The letter later read: “We feel that it is necessary to emphasize the significance of this spiteful incident. The desecration of the gravestones shows a blatant lack of respect and violates the integrity of the exhibit. The purpose of the exhibit was to foster awareness and empathy, and the attaching of fliers to symbols of peace goes beyond apathy.”

Members of MinCo presented the letter to College Council last Wednesday, but the College Council declined to support the letter by a vote of 12-8.

Sharmistha Ray ’01, a co-leader of the BGLTU who spearheaded the organization of last week’s demonstrations, said she was disturbed by College Council’s decision.

“I was disappointed that College Council would not support the letter,” she said. According to Ray, College Council did not support the letter because a scattering of council members did not agree with some of the wording.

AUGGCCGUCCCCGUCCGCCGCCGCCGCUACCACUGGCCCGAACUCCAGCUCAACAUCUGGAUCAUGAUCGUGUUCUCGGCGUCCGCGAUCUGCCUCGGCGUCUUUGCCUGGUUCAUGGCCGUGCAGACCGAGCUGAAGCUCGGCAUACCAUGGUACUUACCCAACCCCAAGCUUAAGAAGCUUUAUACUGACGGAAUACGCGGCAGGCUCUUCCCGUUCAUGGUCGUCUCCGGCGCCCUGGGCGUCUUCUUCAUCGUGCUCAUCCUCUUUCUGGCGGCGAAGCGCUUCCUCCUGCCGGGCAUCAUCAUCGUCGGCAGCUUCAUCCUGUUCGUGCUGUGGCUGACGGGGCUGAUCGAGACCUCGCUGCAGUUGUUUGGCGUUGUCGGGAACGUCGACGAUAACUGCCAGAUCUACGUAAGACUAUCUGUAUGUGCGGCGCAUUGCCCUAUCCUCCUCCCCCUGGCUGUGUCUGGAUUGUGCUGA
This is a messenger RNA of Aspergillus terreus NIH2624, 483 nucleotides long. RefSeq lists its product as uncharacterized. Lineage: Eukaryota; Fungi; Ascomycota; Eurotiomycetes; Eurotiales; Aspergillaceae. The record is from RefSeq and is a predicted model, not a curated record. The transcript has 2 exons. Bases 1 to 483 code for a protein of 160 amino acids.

Some members of the College Council did sign the letter as individuals.

Julian Fang ’01, the MinCo representative to College Council, said his reasons for signing the letter were two-fold.

“My constituents supported the letter so I felt it was my obligation to support it,” he said. “I also personally support it.”

According to Fang the three major arguments against College Council supporting the letter were that the wording was too strong, that the letter would exacerbate tensions, and that it placed the blame on a specific group of people (the Williams Free Press).

Fang said he was disappointed with the decision, but he does understand some of the reasons behind the objections.

Co-president Will Slocum ’99 said he chose to sign the letter despite some reservations.

“I believed that a public statement was necessary to both express the anger of the campus at the defacing of the exhibit and to support the efforts of the Minority Coalition to create greater dialogue about hate crimes on campus,” he said. “Although a letter may not have the most effective long term impact, I feel that it is the first step in showing that we take the issue seriously.”

However, other Council members were critical of the letter.

Secretary Bert Leatherman ’00 said he condemns the desecration of the graves and supports campus protests, but he disagreed with some of the wording in the letter.